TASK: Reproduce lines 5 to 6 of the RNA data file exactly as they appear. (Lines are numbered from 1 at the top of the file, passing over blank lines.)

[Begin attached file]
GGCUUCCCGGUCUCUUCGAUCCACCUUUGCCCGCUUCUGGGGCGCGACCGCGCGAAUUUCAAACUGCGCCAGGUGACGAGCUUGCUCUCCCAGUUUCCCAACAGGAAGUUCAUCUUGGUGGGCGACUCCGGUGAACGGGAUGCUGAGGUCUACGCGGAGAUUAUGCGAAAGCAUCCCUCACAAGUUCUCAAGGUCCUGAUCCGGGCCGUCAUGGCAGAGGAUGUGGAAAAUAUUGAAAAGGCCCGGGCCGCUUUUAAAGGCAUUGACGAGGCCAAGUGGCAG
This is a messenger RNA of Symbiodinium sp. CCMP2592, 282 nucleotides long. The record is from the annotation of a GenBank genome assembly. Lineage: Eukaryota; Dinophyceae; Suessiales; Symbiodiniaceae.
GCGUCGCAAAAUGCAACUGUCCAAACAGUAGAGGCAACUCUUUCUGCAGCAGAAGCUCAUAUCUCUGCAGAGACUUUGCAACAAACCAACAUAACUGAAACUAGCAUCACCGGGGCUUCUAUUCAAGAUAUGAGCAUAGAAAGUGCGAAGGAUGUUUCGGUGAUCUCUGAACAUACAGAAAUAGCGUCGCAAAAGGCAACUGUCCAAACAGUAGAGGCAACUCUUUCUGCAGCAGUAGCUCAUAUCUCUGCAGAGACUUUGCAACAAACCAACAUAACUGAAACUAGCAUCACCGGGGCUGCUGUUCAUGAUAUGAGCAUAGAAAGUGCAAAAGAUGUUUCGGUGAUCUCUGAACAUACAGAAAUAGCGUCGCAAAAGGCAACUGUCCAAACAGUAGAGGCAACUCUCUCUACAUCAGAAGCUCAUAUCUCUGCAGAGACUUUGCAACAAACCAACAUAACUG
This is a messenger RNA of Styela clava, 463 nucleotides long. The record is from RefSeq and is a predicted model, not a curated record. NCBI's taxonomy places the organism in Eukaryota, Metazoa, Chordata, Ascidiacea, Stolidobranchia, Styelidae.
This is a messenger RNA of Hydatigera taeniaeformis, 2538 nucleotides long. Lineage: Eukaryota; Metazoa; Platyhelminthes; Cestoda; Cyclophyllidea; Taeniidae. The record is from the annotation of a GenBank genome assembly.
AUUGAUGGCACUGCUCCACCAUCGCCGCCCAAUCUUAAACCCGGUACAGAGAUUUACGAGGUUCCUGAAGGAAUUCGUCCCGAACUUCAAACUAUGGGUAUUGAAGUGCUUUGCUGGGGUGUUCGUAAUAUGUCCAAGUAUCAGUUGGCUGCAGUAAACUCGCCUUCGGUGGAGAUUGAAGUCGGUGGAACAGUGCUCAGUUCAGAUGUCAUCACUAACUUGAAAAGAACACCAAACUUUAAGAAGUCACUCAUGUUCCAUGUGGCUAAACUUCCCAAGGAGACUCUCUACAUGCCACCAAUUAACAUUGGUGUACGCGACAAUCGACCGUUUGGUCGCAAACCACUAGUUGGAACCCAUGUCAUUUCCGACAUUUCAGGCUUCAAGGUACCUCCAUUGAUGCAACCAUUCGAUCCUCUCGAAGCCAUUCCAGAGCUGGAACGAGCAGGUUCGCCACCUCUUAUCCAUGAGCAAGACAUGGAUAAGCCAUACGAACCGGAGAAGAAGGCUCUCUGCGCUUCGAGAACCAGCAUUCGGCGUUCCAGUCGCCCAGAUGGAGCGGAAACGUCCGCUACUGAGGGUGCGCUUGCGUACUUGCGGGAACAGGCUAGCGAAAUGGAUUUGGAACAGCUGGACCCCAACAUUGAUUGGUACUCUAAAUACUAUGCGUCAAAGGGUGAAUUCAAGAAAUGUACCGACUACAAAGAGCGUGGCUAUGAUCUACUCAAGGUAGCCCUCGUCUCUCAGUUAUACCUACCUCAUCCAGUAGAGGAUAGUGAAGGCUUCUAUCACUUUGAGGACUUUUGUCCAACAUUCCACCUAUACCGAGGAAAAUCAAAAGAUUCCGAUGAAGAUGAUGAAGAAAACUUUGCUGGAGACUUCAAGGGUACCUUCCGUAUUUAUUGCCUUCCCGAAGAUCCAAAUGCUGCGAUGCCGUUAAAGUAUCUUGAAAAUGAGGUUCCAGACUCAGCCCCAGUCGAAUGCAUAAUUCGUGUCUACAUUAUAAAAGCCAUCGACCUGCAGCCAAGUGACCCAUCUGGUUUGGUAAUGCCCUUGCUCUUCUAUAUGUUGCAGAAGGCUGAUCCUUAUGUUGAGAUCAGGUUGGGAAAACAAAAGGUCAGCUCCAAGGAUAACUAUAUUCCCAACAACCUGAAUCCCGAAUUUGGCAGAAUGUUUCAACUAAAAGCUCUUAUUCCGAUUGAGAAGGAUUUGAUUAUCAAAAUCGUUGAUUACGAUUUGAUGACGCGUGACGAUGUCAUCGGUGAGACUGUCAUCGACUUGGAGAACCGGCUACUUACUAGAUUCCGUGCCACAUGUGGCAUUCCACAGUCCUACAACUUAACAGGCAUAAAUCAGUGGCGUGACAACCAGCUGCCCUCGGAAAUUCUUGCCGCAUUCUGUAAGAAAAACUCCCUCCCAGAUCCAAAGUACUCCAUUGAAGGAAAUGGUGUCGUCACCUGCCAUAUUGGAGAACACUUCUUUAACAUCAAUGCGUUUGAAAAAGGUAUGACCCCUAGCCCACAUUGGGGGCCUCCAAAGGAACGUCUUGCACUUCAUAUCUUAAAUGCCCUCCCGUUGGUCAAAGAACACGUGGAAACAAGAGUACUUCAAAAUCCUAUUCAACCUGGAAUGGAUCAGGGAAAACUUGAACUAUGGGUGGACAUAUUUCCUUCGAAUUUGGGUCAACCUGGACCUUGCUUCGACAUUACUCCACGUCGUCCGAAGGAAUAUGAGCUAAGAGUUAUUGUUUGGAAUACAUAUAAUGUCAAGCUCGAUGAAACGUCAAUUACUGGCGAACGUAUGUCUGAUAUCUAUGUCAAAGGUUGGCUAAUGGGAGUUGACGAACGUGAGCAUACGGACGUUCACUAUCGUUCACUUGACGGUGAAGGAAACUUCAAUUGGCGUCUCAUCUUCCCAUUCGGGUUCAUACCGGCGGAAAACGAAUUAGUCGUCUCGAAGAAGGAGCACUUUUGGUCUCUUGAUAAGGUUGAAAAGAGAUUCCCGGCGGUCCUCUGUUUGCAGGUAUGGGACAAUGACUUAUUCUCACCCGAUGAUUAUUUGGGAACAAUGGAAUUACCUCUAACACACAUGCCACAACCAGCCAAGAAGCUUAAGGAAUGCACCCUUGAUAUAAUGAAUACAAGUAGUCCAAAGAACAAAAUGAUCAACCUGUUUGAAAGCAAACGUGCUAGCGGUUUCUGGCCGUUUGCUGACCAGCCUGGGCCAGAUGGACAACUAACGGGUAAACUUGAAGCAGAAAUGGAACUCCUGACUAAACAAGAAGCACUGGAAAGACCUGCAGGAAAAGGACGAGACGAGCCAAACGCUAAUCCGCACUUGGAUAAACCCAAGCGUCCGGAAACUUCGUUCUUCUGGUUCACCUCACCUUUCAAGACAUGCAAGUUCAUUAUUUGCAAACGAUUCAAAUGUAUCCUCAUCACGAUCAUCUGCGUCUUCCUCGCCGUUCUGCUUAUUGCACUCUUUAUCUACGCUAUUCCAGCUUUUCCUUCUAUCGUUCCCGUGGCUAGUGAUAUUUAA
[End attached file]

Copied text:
This is a messenger RNA of Hydatigera taeniaeformis, 2538 nucleotides long. Lineage: Eukaryota; Metazoa; Platyhelminthes; Cestoda; Cyclophyllidea; Taeniidae. The record is from the annotation of a GenBank genome assembly.
AUUGAUGGCACUGCUCCACCAUCGCCGCCCAAUCUUAAACCCGGUACAGAGAUUUACGAGGUUCCUGAAGGAAUUCGUCCCGAACUUCAAACUAUGGGUAUUGAAGUGCUUUGCUGGGGUGUUCGUAAUAUGUCCAAGUAUCAGUUGGCUGCAGUAAACUCGCCUUCGGUGGAGAUUGAAGUCGGUGGAACAGUGCUCAGUUCAGAUGUCAUCACUAACUUGAAAAGAACACCAAACUUUAAGAAGUCACUCAUGUUCCAUGUGGCUAAACUUCCCAAGGAGACUCUCUACAUGCCACCAAUUAACAUUGGUGUACGCGACAAUCGACCGUUUGGUCGCAAACCACUAGUUGGAACCCAUGUCAUUUCCGACAUUUCAGGCUUCAAGGUACCUCCAUUGAUGCAACCAUUCGAUCCUCUCGAAGCCAUUCCAGAGCUGGAACGAGCAGGUUCGCCACCUCUUAUCCAUGAGCAAGACAUGGAUAAGCCAUACGAACCGGAGAAGAAGGCUCUCUGCGCUUCGAGAACCAGCAUUCGGCGUUCCAGUCGCCCAGAUGGAGCGGAAACGUCCGCUACUGAGGGUGCGCUUGCGUACUUGCGGGAACAGGCUAGCGAAAUGGAUUUGGAACAGCUGGACCCCAACAUUGAUUGGUACUCUAAAUACUAUGCGUCAAAGGGUGAAUUCAAGAAAUGUACCGACUACAAAGAGCGUGGCUAUGAUCUACUCAAGGUAGCCCUCGUCUCUCAGUUAUACCUACCUCAUCCAGUAGAGGAUAGUGAAGGCUUCUAUCACUUUGAGGACUUUUGUCCAACAUUCCACCUAUACCGAGGAAAAUCAAAAGAUUCCGAUGAAGAUGAUGAAGAAAACUUUGCUGGAGACUUCAAGGGUACCUUCCGUAUUUAUUGCCUUCCCGAAGAUCCAAAUGCUGCGAUGCCGUUAAAGUAUCUUGAAAAUGAGGUUCCAGACUCAGCCCCAGUCGAAUGCAUAAUUCGUGUCUACAUUAUAAAAGCCAUCGACCUGCAGCCAAGUGACCCAUCUGGUUUGGUAAUGCCCUUGCUCUUCUAUAUGUUGCAGAAGGCUGAUCCUUAUGUUGAGAUCAGGUUGGGAAAACAAAAGGUCAGCUCCAAGGAUAACUAUAUUCCCAACAACCUGAAUCCCGAAUUUGGCAGAAUGUUUCAACUAAAAGCUCUUAUUCCGAUUGAGAAGGAUUUGAUUAUCAAAAUCGUUGAUUACGAUUUGAUGACGCGUGACGAUGUCAUCGGUGAGACUGUCAUCGACUUGGAGAACCGGCUACUUACUAGAUUCCGUGCCACAUGUGGCAUUCCACAGUCCUACAACUUAACAGGCAUAAAUCAGUGGCGUGACAACCAGCUGCCCUCGGAAAUUCUUGCCGCAUUCUGUAAGAAAAACUCCCUCCCAGAUCCAAAGUACUCCAUUGAAGGAAAUGGUGUCGUCACCUGCCAUAUUGGAGAACACUUCUUUAACAUCAAUGCGUUUGAAAAAGGUAUGACCCCUAGCCCACAUUGGGGGCCUCCAAAGGAACGUCUUGCACUUCAUAUCUUAAAUGCCCUCCCGUUGGUCAAAGAACACGUGGAAACAAGAGUACUUCAAAAUCCUAUUCAACCUGGAAUGGAUCAGGGAAAACUUGAACUAUGGGUGGACAUAUUUCCUUCGAAUUUGGGUCAACCUGGACCUUGCUUCGACAUUACUCCACGUCGUCCGAAGGAAUAUGAGCUAAGAGUUAUUGUUUGGAAUACAUAUAAUGUCAAGCUCGAUGAAACGUCAAUUACUGGCGAACGUAUGUCUGAUAUCUAUGUCAAAGGUUGGCUAAUGGGAGUUGACGAACGUGAGCAUACGGACGUUCACUAUCGUUCACUUGACGGUGAAGGAAACUUCAAUUGGCGUCUCAUCUUCCCAUUCGGGUUCAUACCGGCGGAAAACGAAUUAGUCGUCUCGAAGAAGGAGCACUUUUGGUCUCUUGAUAAGGUUGAAAAGAGAUUCCCGGCGGUCCUCUGUUUGCAGGUAUGGGACAAUGACUUAUUCUCACCCGAUGAUUAUUUGGGAACAAUGGAAUUACCUCUAACACACAUGCCACAACCAGCCAAGAAGCUUAAGGAAUGCACCCUUGAUAUAAUGAAUACAAGUAGUCCAAAGAACAAAAUGAUCAACCUGUUUGAAAGCAAACGUGCUAGCGGUUUCUGGCCGUUUGCUGACCAGCCUGGGCCAGAUGGACAACUAACGGGUAAACUUGAAGCAGAAAUGGAACUCCUGACUAAACAAGAAGCACUGGAAAGACCUGCAGGAAAAGGACGAGACGAGCCAAACGCUAAUCCGCACUUGGAUAAACCCAAGCGUCCGGAAACUUCGUUCUUCUGGUUCACCUCACCUUUCAAGACAUGCAAGUUCAUUAUUUGCAAACGAUUCAAAUGUAUCCUCAUCACGAUCAUCUGCGUCUUCCUCGCCGUUCUGCUUAUUGCACUCUUUAUCUACGCUAUUCCAGCUUUUCCUUCUAUCGUUCCCGUGGCUAGUGAUAUUUAA